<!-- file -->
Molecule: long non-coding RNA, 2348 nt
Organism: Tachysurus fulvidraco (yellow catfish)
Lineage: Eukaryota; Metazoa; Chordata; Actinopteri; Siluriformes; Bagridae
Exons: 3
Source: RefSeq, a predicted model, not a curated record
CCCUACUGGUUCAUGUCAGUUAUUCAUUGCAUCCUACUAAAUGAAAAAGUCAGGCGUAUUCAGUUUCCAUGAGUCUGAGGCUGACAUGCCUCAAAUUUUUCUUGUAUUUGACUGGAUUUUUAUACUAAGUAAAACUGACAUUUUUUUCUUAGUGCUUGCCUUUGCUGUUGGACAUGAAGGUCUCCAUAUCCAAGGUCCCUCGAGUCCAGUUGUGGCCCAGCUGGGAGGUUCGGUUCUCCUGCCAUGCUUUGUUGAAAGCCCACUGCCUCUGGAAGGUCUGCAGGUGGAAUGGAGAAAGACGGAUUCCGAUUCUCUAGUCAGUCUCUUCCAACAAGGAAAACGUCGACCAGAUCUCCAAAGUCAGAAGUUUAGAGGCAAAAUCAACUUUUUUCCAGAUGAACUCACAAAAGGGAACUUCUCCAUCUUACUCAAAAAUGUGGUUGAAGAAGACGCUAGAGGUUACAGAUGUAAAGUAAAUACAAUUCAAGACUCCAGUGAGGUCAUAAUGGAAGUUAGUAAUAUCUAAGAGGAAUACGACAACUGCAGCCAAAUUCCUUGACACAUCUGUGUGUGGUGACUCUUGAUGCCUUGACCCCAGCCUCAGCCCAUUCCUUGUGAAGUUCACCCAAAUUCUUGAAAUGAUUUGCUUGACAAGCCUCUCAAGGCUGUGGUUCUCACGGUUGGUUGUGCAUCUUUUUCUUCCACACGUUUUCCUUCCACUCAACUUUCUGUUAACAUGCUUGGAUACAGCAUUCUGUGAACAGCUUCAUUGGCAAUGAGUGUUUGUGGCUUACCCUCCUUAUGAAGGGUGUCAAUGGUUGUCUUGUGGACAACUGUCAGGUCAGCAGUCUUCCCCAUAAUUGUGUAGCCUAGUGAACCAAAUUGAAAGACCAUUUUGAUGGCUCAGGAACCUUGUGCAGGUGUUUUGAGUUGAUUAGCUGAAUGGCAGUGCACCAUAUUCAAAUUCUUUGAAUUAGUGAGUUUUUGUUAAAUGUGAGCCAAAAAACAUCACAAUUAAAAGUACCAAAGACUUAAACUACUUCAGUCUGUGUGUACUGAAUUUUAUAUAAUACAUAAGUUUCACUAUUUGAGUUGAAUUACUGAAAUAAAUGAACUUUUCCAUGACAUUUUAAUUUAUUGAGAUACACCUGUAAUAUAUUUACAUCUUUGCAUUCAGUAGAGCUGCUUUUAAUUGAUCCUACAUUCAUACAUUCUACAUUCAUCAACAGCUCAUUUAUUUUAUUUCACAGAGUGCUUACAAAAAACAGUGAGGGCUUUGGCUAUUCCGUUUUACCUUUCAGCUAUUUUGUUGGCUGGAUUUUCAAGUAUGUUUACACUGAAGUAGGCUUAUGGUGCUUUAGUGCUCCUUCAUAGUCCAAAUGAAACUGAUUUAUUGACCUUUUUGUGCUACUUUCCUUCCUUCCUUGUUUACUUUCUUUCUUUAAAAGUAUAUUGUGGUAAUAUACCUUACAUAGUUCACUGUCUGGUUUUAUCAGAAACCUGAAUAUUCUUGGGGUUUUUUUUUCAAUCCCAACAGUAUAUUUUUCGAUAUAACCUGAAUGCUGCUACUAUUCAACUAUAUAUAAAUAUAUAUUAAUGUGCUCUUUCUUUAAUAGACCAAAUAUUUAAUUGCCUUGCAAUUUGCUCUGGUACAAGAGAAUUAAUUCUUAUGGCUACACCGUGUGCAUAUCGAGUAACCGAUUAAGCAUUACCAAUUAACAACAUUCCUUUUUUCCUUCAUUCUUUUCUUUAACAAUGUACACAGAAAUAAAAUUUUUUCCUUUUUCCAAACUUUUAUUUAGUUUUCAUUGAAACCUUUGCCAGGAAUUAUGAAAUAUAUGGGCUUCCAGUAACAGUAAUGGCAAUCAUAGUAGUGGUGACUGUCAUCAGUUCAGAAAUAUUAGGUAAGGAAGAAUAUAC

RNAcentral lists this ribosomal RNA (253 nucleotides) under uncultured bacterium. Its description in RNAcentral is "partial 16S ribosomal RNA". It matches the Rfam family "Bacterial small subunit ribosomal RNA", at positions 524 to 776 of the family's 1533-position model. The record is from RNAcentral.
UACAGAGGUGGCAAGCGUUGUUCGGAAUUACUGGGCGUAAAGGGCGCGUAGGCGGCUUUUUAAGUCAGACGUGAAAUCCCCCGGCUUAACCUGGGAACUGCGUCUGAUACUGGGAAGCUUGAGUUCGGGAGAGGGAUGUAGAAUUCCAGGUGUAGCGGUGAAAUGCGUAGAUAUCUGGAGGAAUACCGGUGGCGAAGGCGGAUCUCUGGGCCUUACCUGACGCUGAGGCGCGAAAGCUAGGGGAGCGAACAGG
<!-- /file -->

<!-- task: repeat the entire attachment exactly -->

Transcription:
Molecule: long non-coding RNA, 2348 nt
Organism: Tachysurus fulvidraco (yellow catfish)
Lineage: Eukaryota; Metazoa; Chordata; Actinopteri; Siluriformes; Bagridae
Exons: 3
Source: RefSeq, a predicted model, not a curated record
CCCUACUGGUUCAUGUCAGUUAUUCAUUGCAUCCUACUAAAUGAAAAAGUCAGGCGUAUUCAGUUUCCAUGAGUCUGAGGCUGACAUGCCUCAAAUUUUUCUUGUAUUUGACUGGAUUUUUAUACUAAGUAAAACUGACAUUUUUUUCUUAGUGCUUGCCUUUGCUGUUGGACAUGAAGGUCUCCAUAUCCAAGGUCCCUCGAGUCCAGUUGUGGCCCAGCUGGGAGGUUCGGUUCUCCUGCCAUGCUUUGUUGAAAGCCCACUGCCUCUGGAAGGUCUGCAGGUGGAAUGGAGAAAGACGGAUUCCGAUUCUCUAGUCAGUCUCUUCCAACAAGGAAAACGUCGACCAGAUCUCCAAAGUCAGAAGUUUAGAGGCAAAAUCAACUUUUUUCCAGAUGAACUCACAAAAGGGAACUUCUCCAUCUUACUCAAAAAUGUGGUUGAAGAAGACGCUAGAGGUUACAGAUGUAAAGUAAAUACAAUUCAAGACUCCAGUGAGGUCAUAAUGGAAGUUAGUAAUAUCUAAGAGGAAUACGACAACUGCAGCCAAAUUCCUUGACACAUCUGUGUGUGGUGACUCUUGAUGCCUUGACCCCAGCCUCAGCCCAUUCCUUGUGAAGUUCACCCAAAUUCUUGAAAUGAUUUGCUUGACAAGCCUCUCAAGGCUGUGGUUCUCACGGUUGGUUGUGCAUCUUUUUCUUCCACACGUUUUCCUUCCACUCAACUUUCUGUUAACAUGCUUGGAUACAGCAUUCUGUGAACAGCUUCAUUGGCAAUGAGUGUUUGUGGCUUACCCUCCUUAUGAAGGGUGUCAAUGGUUGUCUUGUGGACAACUGUCAGGUCAGCAGUCUUCCCCAUAAUUGUGUAGCCUAGUGAACCAAAUUGAAAGACCAUUUUGAUGGCUCAGGAACCUUGUGCAGGUGUUUUGAGUUGAUUAGCUGAAUGGCAGUGCACCAUAUUCAAAUUCUUUGAAUUAGUGAGUUUUUGUUAAAUGUGAGCCAAAAAACAUCACAAUUAAAAGUACCAAAGACUUAAACUACUUCAGUCUGUGUGUACUGAAUUUUAUAUAAUACAUAAGUUUCACUAUUUGAGUUGAAUUACUGAAAUAAAUGAACUUUUCCAUGACAUUUUAAUUUAUUGAGAUACACCUGUAAUAUAUUUACAUCUUUGCAUUCAGUAGAGCUGCUUUUAAUUGAUCCUACAUUCAUACAUUCUACAUUCAUCAACAGCUCAUUUAUUUUAUUUCACAGAGUGCUUACAAAAAACAGUGAGGGCUUUGGCUAUUCCGUUUUACCUUUCAGCUAUUUUGUUGGCUGGAUUUUCAAGUAUGUUUACACUGAAGUAGGCUUAUGGUGCUUUAGUGCUCCUUCAUAGUCCAAAUGAAACUGAUUUAUUGACCUUUUUGUGCUACUUUCCUUCCUUCCUUGUUUACUUUCUUUCUUUAAAAGUAUAUUGUGGUAAUAUACCUUACAUAGUUCACUGUCUGGUUUUAUCAGAAACCUGAAUAUUCUUGGGGUUUUUUUUUCAAUCCCAACAGUAUAUUUUUCGAUAUAACCUGAAUGCUGCUACUAUUCAACUAUAUAUAAAUAUAUAUUAAUGUGCUCUUUCUUUAAUAGACCAAAUAUUUAAUUGCCUUGCAAUUUGCUCUGGUACAAGAGAAUUAAUUCUUAUGGCUACACCGUGUGCAUAUCGAGUAACCGAUUAAGCAUUACCAAUUAACAACAUUCCUUUUUUCCUUCAUUCUUUUCUUUAACAAUGUACACAGAAAUAAAAUUUUUUCCUUUUUCCAAACUUUUAUUUAGUUUUCAUUGAAACCUUUGCCAGGAAUUAUGAAAUAUAUGGGCUUCCAGUAACAGUAAUGGCAAUCAUAGUAGUGGUGACUGUCAUCAGUUCAGAAAUAUUAGGUAAGGAAGAAUAUAC

RNAcentral lists this ribosomal RNA (253 nucleotides) under uncultured bacterium. Its description in RNAcentral is "partial 16S ribosomal RNA". It matches the Rfam family "Bacterial small subunit ribosomal RNA", at positions 524 to 776 of the family's 1533-position model. The record is from RNAcentral.
UACAGAGGUGGCAAGCGUUGUUCGGAAUUACUGGGCGUAAAGGGCGCGUAGGCGGCUUUUUAAGUCAGACGUGAAAUCCCCCGGCUUAACCUGGGAACUGCGUCUGAUACUGGGAAGCUUGAGUUCGGGAGAGGGAUGUAGAAUUCCAGGUGUAGCGGUGAAAUGCGUAGAUAUCUGGAGGAAUACCGGUGGCGAAGGCGGAUCUCUGGGCCUUACCUGACGCUGAGGCGCGAAAGCUAGGGGAGCGAACAGG